Drs Newland and Lawson are from University of Kentucky HealthCare, and Dr Adams is from University of Kentucky College of Pharmacy, Lexington, Kentucky.
Drs Newland, Lawson, and Adams have no relevant financial relationships to disclose.
Correspondence should be addressed to: Ashley M. Newland, PharmD, Department of Pharmacy Services, University of Kentucky HealthCare, 800 Rose St, H110, Lexington, KY 40536-0293 (firstname.lastname@example.org).
Cancer patients have a better prognosis now than in the past. An estimated 66% of patients diagnosed with cancer between 1996 and 2004 were alive at 5 years.1 As patients are living longer after treatment, long-term complications associated with treatment are becoming a greater issue. Avascular necrosis, also referred to as osteonecrosis, ischemic necrosis, subchondral avascular necrosis, aseptic necrosis of bone, and osteochondritis dissecans, is one such complication.2
Avascular necrosis is a disorder involving breakdown of the bone and has been reported as a complication associated with a number of different disease states and drug therapies. Joint replacement surgery may be required in cases of severe bone destruction, and avascular necrosis has been reported to be the cause for >10% of joint replacement procedures in the United States.2
Chemotherapy agents and other medications used in the treatment of malignancy have been associated with the development of avascular necrosis, including corticosteroids, bisphosphonates, asparaginase, and others (Sidebar). It is important to be aware of these potential drug causes of avascular necrosis, as early recognition and management of the disease process, including early cessation of causative therapy, is necessary to improve patient outcomes, reduce morbidity, and improve quality of life.2
Abbreviation: AVN, avascular necrosis.
Avascular necrosis is a pathological process involving death of bone and bone marrow cells secondary to compromise of the bone vasculature and blood flow. With interrupted blood flow, osteocytes and fat cells die, leading to marrow edema and changes in bone structure.3 This leads to infarction and death of bone, causing the collapse of the architectural structure of the bone and mechanical failure.2 Avascular necrosis most commonly occurs in weight-bearing joints such as the hips, knees, humeral head, and jaw.3,4 Although the exact mechanism for development of avascular necrosis is unknown, several mechanisms have been proposed, including vascular occlusion, altered lipid metabolism and fat emboli, intravascular coagulation, healing processes, and primary cell death.2 In cancer patients, hypercoagulability is thought to be an important contributing factor to develop avascular necrosis.5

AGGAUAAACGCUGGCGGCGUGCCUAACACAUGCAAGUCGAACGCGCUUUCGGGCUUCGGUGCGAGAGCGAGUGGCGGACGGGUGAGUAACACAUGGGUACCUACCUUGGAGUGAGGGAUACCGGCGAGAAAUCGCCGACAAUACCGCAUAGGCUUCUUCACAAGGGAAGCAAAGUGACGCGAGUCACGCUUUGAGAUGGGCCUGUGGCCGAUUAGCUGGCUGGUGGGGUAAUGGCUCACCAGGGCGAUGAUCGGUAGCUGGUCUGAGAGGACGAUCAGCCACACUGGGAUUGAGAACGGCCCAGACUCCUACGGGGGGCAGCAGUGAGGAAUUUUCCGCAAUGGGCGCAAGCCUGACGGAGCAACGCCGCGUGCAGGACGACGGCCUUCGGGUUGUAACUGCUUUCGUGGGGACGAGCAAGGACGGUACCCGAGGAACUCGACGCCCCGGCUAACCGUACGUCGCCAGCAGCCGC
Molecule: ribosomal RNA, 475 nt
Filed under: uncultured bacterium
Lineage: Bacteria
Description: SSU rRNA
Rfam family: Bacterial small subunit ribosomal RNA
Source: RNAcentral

Symptoms associated with avascular necrosis include pain at the injury site, swelling, and limited range of motion. Pain may start as mild but can progress rapidly to severe pain in situations involving avascular necrosis secondary to trauma. Range of motion is generally not an issue initially, but as the disease progresses, it can lead to functional limitations.
A number of causes of avascular necrosis, including local trauma, hematologic disorders, metabolic abnormalities, chronic renal failure, pancreatitis, and infectious processes such as osteomyelitis. Alcoholism and tobacco abuse have also been tied to increased risk of avascular necrosis.3
Orthopedic problems such as congenital hip dislocation, slipped capital femoral epiphysis, hereditary dysostosis, and Legg-Calve-Perthes disease have also been associated with avascular necrosis. Iatrogenic causes of avascular necrosis include radiation, hemodialysis, organ transplantation, and medications.2
Drug therapies used for the treatment of malignancies have been implicated in the occurrence of avascular necrosis, with corticosteroids being the most widely reported medication. Patients with existing risk factors for avascular necrosis who are receiving drug therapy associated with avascular necrosis are at an increased risk of developing avascular necrosis compared to patients without preexisting risk. Cancer patients commonly fit into this multiple avascular necrosis…